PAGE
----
Not so much? Not so much.

Please. People. Can we declare a moratorium on “Not so much”? It was fine when Jon Stewart first started dropping it years ago on The Daily Show, as it worked well with his droll, self-deprecatory, post-Borscht Belt delivery. But I’m hearing it way too often these days, often from the mouths of people who (a) are old enough to know better than to try to cop hip patter or parlance, or (b) have no idea whose schtick they’re copping. The next time you are tempted to ask a rhetorical question out loud, and then answer yourself with “Not so much,” pause for a moment, and try to come up with your own clever tagline instead. Your conversation partners will thank you.

And actually, while I’m talking about The Daily Show, I should note my own little personal political protest regarding it and its spinoff, The Colbert Report. We had diligently taped them and watched them over the years for our end of day ritual: the watching of the shows. But then one night Stewart had Democratic Presidential Candidate Chris Dodd on the show, and I was looking forward to seeing what Dodd had to say, since he often turns up on those “Which Candidate is Right For You?” internet polls when I enter my personal interests and preferences. Unfortunately, Stewart spent the entire segment just absolutely ripping the dude to shreds as a delusional outsider, giving him no chance to sparkle, shine or even communicate anything of substance.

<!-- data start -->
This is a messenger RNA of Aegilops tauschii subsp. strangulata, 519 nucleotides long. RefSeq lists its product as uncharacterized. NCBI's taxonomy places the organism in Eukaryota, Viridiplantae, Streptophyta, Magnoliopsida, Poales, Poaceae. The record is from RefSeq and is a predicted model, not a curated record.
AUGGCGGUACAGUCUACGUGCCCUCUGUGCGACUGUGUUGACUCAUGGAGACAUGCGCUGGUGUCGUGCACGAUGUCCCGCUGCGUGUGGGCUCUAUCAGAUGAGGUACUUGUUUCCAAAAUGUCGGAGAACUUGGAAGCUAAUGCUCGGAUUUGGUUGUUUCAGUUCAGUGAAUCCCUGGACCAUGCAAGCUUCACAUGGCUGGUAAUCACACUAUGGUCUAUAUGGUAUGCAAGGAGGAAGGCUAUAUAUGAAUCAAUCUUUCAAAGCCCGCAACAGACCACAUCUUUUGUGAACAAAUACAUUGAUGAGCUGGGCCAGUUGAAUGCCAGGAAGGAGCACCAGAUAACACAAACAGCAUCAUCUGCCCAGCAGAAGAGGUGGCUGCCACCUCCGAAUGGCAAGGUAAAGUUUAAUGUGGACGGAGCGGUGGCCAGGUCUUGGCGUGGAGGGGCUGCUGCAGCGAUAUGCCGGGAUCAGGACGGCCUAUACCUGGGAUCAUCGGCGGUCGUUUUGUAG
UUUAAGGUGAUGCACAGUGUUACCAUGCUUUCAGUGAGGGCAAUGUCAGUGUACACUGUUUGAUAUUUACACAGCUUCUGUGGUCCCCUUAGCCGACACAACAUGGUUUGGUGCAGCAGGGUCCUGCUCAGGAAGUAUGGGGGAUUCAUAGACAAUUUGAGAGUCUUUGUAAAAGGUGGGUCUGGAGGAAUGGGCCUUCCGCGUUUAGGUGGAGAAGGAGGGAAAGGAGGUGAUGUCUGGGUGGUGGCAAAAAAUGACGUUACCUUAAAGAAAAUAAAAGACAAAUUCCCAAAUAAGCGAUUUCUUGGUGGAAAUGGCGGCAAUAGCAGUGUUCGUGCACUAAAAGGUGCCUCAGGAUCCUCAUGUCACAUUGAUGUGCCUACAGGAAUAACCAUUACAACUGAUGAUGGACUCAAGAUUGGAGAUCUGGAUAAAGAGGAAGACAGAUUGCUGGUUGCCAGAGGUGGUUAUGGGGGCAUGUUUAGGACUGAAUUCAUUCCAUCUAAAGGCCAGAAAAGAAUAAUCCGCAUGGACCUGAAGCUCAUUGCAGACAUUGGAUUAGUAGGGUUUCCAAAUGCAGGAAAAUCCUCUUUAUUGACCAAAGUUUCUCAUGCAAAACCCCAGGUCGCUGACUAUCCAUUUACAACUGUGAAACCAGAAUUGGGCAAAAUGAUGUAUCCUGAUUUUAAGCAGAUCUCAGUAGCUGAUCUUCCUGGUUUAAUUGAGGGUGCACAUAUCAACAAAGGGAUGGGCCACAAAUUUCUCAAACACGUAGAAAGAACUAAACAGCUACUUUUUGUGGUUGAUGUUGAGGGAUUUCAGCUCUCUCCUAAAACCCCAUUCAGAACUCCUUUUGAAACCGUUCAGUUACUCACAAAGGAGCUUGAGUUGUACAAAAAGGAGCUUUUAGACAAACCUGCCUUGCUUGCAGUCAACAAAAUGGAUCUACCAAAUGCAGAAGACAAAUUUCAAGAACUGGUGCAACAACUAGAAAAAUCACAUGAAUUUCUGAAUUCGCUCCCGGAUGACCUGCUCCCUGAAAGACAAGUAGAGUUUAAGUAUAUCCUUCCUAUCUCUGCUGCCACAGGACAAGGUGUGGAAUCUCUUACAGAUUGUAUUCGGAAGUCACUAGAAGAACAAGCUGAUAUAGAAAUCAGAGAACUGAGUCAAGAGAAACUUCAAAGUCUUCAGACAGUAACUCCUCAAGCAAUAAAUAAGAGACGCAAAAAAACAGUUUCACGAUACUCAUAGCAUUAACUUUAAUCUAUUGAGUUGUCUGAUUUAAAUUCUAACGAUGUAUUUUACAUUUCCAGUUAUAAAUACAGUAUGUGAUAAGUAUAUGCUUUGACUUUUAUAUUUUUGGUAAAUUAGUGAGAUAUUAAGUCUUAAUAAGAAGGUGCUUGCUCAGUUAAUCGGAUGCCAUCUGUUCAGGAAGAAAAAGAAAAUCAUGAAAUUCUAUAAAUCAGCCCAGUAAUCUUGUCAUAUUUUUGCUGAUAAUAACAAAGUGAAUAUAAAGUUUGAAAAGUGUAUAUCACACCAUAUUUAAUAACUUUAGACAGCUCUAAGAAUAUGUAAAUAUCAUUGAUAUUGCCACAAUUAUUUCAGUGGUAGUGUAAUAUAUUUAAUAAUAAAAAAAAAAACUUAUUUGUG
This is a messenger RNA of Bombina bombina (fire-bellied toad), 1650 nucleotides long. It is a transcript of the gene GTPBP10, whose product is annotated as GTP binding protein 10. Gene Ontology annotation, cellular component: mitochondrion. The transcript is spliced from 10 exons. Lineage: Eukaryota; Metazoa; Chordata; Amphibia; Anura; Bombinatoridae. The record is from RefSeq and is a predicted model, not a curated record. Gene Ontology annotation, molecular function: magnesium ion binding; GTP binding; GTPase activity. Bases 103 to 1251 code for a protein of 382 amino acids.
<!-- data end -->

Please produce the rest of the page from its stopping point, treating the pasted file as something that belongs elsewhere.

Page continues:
And it hit me: the issues of the day in this country are far too important for us to allow those who are brave or committed (or crazy) enough to shoot for the Presidency to have to grovel for face time on TV, only to be mocked on fake news shows for their efforts. As much as I had enjoyed watching Stewart and Colbert over the years, that was the last night I taped or watched either of them. And I won’t watch either of them again. That’s my little personal stand against our all-giggles, all-short-attention-span approach to information and news these days. I want to assess my candidates on their merits, not on how well they can spar against professional comedians trying to make them look foolish.

So The Daily Show and The Colbert Report? Not so much. I’ll stick with my trusted newspapers, magazines, websites and public forums that attempt to give all credible candidates their due respect and honor, and give the opportunity to get some depth into the subjects at hand, not just the quick giggle. I feel that’s the least I can do to make a little stand for something as important as the future of our nation.

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